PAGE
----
All Blacks scrape home in thriller
The harder the nut is to crack, the sweeter it is to taste and so it proved in Dunedin. The Wallabies brought infinitely more physicality, defensive bite and rugby smarts to Dunedin than they had in Sydney and as such they made the All Blacks work infinitely harder for the victory.
This was a proper test, a genuine Bledisloe Cup contest that took the All Blacks to the brink of their mental and physical capacity. This was the best game between these two teams in an age. A classic. A heart-stopping end-to-end brilliant contest that showed this rivalry is alive.
The Wallabies are alive and lest anyone should worry about the All Blacks, don’t. They showed remarkable composure to win. They had to conjure a try in the last three minutes and they did it as if it was nothing.
They didn’t panic. They didn’t try to be smart, they won the ball back from the kickoff and played ruthless, skilled rugby from that point to set Beauden Barrett over by the posts.
Moments like that show maturity and leadership of this All Blacks team is developing just as it should.
Admittedly they may feel like they shouldn’t have been in such a pickle as it was. They were massively out of sorts in the first 20 minutes and then didn’t nail their opportunities — not enough of them anyway in the second half.
They dominated possession in the second half, felt like they were always going forward but the points wouldn’t come the way they wanted.
The scoreboard was stubborn, as were the Wallabies. They wouldn’t crack. They didn’t give anything easy away and given the carnage gripping the game across the Tasman, that was the best the Wallabies and everyone else could hope for.
Restoring pride was presumably high on the Wallaby agenda and the fact they led the test until the 60th minute, wrestled it back in the last four, should make them feel they achieved their goal.
The All Blacks obviously achieved theirs, not necessarily with the performance they were after, but one with enough heart, perseverance and scrummaging crunch to be satisfied.
The scrummaging was especially good but they will feel they didn’t make the most of it. They will feel they were too loose in the first half and that was largely what made life so hard for them until they dug so deep in the last 20 minutes.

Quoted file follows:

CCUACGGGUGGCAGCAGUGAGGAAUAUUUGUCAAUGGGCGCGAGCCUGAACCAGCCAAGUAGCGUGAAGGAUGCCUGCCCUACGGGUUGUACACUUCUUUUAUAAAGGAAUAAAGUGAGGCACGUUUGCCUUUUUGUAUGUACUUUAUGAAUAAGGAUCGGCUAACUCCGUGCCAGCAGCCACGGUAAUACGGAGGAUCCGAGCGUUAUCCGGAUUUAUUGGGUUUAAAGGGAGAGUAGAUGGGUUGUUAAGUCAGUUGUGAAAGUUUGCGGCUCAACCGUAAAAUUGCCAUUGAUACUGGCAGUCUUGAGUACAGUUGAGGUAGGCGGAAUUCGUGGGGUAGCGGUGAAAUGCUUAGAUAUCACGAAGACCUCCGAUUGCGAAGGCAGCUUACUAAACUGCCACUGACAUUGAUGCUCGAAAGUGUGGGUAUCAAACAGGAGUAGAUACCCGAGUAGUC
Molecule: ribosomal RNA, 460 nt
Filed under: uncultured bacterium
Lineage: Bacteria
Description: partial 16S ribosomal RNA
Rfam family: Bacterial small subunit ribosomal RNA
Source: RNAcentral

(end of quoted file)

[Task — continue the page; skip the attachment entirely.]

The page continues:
It was semi-miraculous, part ridiculous that the Wallabies were able to hold such a commanding lead.
They had barely held the ball, but they hassled, harried, pounced and somehow scored three unlikely tries.
They profited mainly from All Blacks mistakes, but still, there was no mistaking their pass and catch sharpness and ruthless edge when they moved the ball.
But nor was there any hiding from the underlying fundamentals. The All Blacks scrum, allowed to engage and engender a contest in the way it wasn’t last week, had a dominance about it.
The All Blacks were winning their lineout ball exactly as they wanted and they were still, despite the improvement in Australia’s tackling and aggression, able to recycle that quick ball which makes them so dangerous.
Their problem, strangely, and in stark contrast to what happened in Sydney, was their skill execution.
They spilled a lot of ball. Sonny Bill Williams managed to lose it in four consecutive carries and there was a lot of loose presentation that led to careless knock-ons.
What was maybe of more concern was the lack of cohesion at times. There were players getting in each other’s way.
There were passes being fired the wrong way — away and not towards the bulk of the support — and there was just a hint that they were missing a little composure, or mental sharpness, something anyway that was resulting in them not finishing the half chances they have become masters at exploiting.
They put it right, finally, just in time to retain the Bledisloe Cup for another year.
Beauden Barrett scored one of five tries for the All Blacks and kicked all the conversions.